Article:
Many babies are making their photographic debut on social media within an hour of their birth, according to research.
On average, images of more than two-thirds of newborns now appear online within 60 minutes.
Parents were asked how soon it was after their child was born that an image appeared on social media, and the average time period was 57.9 minutes.
The most popular outlets for displaying these images were Facebook (77%), Instagram (48%) and Flickr (32%), according to the poll by print site Posterista.
The birth of Prince George apparently encouraged 74 percent of parents to increase the amount of baby and children snaps they uploaded.
Three babies died of whooping cough in October amid the biggest outbreak of the infection for 20 years, the Health Protection Agency said.
Dr David Elliman, immunisation specialist of the Royal College of Paediatrics and Child Health, said:
Professor David Salisbury, director of immunisation at the Department of Health, has said he would encourage all parents of young children to "accept" the rotavirus vaccine.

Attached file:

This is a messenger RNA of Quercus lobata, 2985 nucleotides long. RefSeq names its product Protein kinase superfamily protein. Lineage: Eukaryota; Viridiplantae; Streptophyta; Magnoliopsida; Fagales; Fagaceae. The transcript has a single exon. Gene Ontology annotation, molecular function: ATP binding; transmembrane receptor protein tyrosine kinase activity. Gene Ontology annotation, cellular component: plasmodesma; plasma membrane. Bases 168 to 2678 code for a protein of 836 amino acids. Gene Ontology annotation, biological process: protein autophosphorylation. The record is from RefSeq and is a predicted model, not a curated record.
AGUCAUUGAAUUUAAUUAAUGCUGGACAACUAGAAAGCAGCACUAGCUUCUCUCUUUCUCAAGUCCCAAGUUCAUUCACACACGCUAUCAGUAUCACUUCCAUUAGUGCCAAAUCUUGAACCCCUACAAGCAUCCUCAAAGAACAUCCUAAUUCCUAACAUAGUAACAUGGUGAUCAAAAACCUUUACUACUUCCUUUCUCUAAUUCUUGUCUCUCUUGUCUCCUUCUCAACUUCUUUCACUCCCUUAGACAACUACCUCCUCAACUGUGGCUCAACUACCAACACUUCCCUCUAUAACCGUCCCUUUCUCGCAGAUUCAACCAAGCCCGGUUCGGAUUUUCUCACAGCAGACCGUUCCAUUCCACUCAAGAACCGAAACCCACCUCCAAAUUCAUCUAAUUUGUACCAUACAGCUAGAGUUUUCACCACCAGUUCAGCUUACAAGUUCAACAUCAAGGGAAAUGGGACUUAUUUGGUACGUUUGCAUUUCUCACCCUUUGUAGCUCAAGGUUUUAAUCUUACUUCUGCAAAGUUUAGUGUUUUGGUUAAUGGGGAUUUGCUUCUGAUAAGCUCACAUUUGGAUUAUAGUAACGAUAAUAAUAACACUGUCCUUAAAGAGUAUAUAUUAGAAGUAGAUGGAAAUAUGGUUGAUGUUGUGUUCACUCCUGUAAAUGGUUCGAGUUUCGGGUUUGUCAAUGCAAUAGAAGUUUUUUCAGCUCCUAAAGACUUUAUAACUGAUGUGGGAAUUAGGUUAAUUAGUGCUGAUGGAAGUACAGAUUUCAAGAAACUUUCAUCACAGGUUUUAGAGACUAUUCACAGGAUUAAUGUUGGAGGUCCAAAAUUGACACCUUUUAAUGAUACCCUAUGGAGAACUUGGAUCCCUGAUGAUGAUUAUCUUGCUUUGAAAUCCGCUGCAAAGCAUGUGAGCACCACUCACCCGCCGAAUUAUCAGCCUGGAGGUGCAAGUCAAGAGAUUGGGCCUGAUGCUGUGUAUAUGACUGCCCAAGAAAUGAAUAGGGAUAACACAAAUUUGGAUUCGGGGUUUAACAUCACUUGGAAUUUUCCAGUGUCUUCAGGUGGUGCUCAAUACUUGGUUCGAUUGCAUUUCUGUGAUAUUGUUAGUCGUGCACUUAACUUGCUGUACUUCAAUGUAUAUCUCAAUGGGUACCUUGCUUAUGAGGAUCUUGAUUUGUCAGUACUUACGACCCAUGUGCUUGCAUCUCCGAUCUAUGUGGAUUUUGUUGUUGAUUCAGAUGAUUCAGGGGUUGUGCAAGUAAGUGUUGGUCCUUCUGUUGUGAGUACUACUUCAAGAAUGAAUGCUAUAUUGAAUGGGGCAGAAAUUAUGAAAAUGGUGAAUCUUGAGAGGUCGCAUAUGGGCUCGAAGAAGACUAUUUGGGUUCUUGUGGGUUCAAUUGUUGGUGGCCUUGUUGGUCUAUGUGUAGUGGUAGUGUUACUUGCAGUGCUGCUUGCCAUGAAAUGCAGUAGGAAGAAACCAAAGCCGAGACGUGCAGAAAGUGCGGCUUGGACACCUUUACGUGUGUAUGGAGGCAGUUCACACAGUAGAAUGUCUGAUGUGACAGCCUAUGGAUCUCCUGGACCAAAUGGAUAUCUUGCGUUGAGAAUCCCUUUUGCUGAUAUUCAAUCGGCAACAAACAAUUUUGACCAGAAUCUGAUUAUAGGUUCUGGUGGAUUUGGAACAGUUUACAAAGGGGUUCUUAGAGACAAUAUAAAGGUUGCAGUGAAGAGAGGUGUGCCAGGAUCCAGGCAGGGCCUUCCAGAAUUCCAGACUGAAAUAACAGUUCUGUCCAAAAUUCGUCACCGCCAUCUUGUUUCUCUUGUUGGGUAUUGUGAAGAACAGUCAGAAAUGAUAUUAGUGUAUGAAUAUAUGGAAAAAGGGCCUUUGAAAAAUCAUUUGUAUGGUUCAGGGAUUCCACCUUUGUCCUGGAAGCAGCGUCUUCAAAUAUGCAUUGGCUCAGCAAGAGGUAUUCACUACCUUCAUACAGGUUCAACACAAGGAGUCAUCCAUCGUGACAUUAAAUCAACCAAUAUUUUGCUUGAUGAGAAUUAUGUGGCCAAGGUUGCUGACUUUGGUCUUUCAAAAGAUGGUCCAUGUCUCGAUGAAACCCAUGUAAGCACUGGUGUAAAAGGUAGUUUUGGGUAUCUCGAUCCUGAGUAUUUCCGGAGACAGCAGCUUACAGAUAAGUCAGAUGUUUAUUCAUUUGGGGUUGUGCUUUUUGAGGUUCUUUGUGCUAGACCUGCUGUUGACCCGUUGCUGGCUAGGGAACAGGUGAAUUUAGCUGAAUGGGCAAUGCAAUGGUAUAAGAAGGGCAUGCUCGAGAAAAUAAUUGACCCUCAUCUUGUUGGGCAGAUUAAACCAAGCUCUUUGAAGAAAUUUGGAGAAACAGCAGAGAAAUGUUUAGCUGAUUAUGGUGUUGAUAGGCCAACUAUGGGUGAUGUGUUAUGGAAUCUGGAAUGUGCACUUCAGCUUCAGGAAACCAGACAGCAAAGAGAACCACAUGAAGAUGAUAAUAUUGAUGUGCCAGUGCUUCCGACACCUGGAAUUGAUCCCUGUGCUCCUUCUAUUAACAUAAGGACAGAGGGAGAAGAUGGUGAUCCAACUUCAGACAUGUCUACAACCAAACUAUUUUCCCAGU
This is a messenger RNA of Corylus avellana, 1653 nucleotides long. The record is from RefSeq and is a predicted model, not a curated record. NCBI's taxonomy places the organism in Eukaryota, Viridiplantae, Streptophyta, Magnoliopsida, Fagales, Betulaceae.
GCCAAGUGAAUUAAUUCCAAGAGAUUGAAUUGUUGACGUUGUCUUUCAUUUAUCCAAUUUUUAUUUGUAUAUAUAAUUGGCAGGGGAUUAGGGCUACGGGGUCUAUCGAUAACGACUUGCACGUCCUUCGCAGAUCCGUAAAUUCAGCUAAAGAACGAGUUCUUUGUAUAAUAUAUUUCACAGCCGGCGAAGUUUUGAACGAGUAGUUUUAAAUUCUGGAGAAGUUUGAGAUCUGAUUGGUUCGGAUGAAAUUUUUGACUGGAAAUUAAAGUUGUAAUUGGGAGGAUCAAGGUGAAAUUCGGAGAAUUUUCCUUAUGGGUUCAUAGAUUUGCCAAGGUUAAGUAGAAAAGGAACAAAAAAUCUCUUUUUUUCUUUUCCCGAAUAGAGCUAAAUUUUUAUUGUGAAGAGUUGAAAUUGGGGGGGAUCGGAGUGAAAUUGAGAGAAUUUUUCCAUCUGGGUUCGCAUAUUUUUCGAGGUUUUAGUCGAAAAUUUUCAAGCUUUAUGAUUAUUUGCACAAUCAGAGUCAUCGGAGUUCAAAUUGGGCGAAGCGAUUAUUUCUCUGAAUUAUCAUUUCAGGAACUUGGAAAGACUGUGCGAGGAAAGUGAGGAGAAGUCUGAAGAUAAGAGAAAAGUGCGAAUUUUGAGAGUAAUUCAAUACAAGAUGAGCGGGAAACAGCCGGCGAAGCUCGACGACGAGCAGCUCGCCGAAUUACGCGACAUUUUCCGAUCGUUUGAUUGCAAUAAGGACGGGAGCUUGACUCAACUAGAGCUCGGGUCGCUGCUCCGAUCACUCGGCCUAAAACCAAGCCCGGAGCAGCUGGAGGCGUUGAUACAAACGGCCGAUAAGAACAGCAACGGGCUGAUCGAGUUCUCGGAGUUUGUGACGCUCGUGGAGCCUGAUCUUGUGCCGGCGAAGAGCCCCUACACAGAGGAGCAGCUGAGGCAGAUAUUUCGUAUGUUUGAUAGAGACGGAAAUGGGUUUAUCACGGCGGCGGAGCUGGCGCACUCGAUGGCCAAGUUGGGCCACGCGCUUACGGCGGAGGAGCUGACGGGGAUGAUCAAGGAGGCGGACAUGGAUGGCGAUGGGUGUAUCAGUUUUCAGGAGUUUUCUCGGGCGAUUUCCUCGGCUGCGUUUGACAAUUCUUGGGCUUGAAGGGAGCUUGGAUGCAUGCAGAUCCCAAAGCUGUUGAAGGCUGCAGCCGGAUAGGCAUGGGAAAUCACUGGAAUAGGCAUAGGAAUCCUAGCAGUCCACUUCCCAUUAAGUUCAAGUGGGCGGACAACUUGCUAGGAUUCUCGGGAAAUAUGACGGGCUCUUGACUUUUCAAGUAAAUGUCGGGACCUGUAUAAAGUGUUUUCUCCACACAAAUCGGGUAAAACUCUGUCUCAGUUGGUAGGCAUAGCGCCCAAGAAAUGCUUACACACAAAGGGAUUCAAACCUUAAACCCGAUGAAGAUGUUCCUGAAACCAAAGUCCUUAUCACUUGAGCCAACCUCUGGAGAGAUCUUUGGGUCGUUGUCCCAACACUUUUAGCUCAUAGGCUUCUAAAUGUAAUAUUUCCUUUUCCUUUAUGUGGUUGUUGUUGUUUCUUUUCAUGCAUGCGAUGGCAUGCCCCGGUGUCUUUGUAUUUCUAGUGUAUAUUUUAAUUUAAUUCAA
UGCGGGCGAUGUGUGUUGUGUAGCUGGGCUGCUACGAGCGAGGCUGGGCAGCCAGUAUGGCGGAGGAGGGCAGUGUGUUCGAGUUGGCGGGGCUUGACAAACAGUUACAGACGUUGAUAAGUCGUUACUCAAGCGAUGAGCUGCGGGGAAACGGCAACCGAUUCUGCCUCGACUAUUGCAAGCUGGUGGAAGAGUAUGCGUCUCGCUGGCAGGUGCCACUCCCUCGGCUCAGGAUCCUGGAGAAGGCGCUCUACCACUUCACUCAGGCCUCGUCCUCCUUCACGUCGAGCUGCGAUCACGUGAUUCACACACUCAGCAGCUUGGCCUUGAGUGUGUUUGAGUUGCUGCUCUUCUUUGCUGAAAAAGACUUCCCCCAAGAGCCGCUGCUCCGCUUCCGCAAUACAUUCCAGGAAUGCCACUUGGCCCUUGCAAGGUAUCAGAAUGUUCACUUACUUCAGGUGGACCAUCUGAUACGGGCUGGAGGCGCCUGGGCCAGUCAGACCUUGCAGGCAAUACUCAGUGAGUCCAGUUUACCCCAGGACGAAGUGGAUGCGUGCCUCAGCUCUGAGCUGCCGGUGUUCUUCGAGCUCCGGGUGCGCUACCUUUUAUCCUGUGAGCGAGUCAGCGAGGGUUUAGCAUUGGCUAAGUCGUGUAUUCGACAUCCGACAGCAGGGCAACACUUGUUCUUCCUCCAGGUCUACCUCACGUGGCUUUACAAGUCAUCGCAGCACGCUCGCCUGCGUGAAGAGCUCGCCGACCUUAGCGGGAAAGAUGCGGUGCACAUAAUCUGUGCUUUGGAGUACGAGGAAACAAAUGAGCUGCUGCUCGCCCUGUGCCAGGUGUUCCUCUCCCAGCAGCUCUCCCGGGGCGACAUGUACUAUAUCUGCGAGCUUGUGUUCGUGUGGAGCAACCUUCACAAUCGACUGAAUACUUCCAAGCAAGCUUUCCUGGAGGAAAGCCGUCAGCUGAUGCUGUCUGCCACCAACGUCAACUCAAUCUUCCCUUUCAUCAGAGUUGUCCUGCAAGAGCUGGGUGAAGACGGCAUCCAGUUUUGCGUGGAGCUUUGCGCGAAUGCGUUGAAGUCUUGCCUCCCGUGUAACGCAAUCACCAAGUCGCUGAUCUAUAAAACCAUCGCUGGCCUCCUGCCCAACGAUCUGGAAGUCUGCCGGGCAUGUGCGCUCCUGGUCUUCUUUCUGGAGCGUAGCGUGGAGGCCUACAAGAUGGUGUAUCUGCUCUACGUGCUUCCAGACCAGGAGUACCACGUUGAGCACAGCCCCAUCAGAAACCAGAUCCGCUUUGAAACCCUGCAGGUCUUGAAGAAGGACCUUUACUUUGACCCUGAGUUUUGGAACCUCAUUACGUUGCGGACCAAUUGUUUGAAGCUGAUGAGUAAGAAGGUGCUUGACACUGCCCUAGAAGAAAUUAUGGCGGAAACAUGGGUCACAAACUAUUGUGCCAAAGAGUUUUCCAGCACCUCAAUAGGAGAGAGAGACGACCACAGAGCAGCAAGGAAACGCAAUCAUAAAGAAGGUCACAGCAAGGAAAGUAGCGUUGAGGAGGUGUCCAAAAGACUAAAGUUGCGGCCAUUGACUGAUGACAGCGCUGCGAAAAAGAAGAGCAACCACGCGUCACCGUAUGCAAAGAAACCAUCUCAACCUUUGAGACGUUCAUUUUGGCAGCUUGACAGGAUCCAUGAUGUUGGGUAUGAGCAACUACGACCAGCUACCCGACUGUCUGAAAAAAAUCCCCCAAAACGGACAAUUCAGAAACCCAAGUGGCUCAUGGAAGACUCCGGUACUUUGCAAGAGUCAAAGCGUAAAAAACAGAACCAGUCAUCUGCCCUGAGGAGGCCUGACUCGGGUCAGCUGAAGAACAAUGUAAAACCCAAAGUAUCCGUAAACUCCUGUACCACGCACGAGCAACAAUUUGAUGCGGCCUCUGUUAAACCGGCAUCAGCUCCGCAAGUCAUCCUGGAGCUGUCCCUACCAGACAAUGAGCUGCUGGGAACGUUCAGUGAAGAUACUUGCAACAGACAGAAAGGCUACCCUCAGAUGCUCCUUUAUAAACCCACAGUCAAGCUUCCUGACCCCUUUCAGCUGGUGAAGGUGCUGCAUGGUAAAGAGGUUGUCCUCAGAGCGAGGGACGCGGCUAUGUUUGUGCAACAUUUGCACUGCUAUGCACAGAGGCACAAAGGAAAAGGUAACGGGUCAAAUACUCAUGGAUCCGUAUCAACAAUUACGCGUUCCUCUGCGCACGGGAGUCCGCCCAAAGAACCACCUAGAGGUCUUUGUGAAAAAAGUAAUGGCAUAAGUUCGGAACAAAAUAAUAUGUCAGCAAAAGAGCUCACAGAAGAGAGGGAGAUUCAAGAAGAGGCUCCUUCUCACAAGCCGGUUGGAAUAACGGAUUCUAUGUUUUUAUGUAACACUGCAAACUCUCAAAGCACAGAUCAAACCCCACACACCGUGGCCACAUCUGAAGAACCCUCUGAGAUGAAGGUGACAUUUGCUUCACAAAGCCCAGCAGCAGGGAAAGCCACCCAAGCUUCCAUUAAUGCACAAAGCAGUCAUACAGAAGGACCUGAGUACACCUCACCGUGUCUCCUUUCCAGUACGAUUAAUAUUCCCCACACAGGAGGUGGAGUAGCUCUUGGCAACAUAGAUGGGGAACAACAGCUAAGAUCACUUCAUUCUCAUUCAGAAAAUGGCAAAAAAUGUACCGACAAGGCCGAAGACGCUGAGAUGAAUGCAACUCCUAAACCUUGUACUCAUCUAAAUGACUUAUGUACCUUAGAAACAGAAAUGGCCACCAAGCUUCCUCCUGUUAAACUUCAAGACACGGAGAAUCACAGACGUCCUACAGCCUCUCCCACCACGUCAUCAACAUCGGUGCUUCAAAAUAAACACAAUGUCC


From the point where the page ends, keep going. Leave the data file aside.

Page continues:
In a statement, he said: "Rotavirus spreads very easily and affects around 140,000 children every year, causing distress for them and their families.
"Many people think of diarrhoea as something that all children get and that you have to put up with. But there is a way to protect children from this. I'd encourage all parents of young children to accept this vaccine when the programme begins next year."
The Department of Health said the move to vaccinate all babies against the highly infectious bug will mean that thousands of young children will be spared hospital stays and hundreds of thousands of GP visits.
At present, the virus causes 140,000 diarrhoea cases a year in under fives across the UK, and lead to around 14,000 hospital stays.
Vaccination experts believe the immunisation programme will halve the number of vomiting and diarrhoea cases caused by rotavirus and there could be 70% fewer hospital stays as a result.
Children will receive the vaccine, to be given orally as two separate doses of liquid drops, as part of their routine vaccination programme.
All babies are to be vaccinated against a highly infectious bug that is one of the most common causes of diarrhoea in children.
From September next year, infants aged between two and four months will be immunised against rotavirus - which causes diarrhoea, vomiting, abdominal pain, fever and dehydration.
At present, almost every child will have had the viral infection by the age of five. It is the most common cause of gastroenteritis in infants and very young children.
In order to stem the large number of children who become infected, health experts have decided to immunise children against the virus.